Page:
A fundamental right of U.S. citizenship is having your voice heard by voting to elect representatives. However, at least 6 million U.S. citizens cannot vote in the United States because they have been convicted of a felony.
Losing the right to vote is among numerous other consequences of being convicted of a crime. This so-called “civil death” suggests that person is considered dead to society. The larger political consequence is a lack of representation in government of a large group of citizens who are largely poor and people of color.
I study the impact of being convicted on individuals and communities. States have a variety of rules and regulations when it comes to voting rights and felony convictions. In some states, when a person is convicted they are barred from voting until they successfully complete prison, probation or parole. But in 12 states, people convicted of felonies are barred from voting for life.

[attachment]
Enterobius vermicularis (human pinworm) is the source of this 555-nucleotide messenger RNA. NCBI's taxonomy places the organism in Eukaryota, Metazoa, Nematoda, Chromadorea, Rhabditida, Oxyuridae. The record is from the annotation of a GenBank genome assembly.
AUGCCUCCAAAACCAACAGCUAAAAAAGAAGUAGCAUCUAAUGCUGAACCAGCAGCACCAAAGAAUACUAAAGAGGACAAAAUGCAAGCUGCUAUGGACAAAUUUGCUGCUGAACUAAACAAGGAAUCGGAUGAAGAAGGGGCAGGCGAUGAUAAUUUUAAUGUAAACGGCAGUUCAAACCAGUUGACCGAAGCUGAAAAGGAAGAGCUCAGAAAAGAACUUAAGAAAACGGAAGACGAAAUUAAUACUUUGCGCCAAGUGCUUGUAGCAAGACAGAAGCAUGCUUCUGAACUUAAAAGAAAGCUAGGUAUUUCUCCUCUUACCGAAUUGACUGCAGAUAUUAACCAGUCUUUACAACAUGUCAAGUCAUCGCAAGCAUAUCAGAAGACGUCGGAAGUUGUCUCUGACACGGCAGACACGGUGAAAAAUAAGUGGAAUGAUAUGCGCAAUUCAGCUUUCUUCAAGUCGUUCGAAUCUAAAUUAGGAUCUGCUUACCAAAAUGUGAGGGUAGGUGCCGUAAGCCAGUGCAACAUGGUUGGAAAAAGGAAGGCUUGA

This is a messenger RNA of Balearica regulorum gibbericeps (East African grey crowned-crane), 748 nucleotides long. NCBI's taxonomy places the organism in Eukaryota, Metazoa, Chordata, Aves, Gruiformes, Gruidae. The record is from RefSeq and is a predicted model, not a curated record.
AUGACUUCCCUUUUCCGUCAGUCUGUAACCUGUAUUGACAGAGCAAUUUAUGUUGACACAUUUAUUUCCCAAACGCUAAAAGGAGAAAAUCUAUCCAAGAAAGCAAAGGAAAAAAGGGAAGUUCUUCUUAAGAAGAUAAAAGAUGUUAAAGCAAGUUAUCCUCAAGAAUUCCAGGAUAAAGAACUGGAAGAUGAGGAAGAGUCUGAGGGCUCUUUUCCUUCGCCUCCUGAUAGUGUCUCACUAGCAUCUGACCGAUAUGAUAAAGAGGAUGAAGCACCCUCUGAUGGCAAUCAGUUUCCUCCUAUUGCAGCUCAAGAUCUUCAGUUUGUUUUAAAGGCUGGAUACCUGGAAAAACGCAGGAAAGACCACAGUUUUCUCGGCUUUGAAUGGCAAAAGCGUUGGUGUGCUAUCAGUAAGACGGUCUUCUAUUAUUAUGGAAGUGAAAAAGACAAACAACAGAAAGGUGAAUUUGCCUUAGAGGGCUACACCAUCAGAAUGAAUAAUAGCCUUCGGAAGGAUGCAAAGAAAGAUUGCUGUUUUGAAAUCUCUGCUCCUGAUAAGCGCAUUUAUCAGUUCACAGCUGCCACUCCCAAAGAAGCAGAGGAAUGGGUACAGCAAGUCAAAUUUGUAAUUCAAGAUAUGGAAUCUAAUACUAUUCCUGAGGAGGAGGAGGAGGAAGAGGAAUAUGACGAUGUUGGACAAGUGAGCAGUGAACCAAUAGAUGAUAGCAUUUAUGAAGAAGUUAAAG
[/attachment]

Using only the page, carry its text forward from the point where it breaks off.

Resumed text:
In response to growing concern that these laws disenfranchise large segments of America’s citizens, several states have recently made substantial, yet controversial, changes to voting rights of ex-felons. This may be a growing movement.
Voting rights and felony convictions
In 2016, Virginia’s Gov. Terry McAuliffe took executive action to restore voting rights to at least 173,000 ex-felons. In April, New York’s Gov. Andrew Cuomo signed an executive order to restore voting rights to felons on parole.
Florida may be next in line for change.
In July, the Florida Supreme Court heard arguments in a case about whether laws excluding felons from the right to vote are constitutional. In November, the state will vote on a ballot measure to restore ex-felon’s voting rights automatically upon completion of their sentence.
These decisions will impact a large segment of Florida’s voting-age population and continue to build a strong precedent for other states.